"Simply closing our budget deficit is not enough to meet our community's needs. My proposed budget leverages significant new resources — including federal Rescue Plan resources and money from the voter-approved parks levy — to invest in our shared priorities. Despite the significant deficit in our General Fund, these additional resources have made it possible to fund important community-facing programs and services to continue building on progress we have made toward shared goals," Wheeler said.
The police bureau budget became more controversial last year during the criminal justice movement sparked by the death of George Floyd, an unarmed Black man in the custody of Minneapolis police. The City Council subsequently cut the police budget by $27 million, including $15 million in reductions for tactical units, including the elimination of the Gun Violence Reduction Team, which had been accused of discriminating against Black Portlanders. But that did not satisfy protesters who demanded a 50% budget cut.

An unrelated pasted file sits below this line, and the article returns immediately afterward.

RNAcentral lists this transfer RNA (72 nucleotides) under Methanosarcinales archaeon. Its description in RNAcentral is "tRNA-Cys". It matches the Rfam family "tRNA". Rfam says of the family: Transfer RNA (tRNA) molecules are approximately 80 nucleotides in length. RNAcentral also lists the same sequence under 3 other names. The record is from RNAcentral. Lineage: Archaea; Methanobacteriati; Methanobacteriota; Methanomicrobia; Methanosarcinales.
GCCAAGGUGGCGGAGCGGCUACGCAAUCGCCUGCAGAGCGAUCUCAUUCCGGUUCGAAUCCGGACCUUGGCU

The council is scheduled to hold a work session on Wheeler's proposed budget on Tuesday, May 4. The preliminary budget is scheduled to be approved on Thursday, May 13. The final budget is scheduled to approved on June 17.
The announcement with specific spending proposals can be found here.
The proposed budget can be found here.
More information about Wheeler's proposed budget and the approval process can be found on the City Budget Office website here.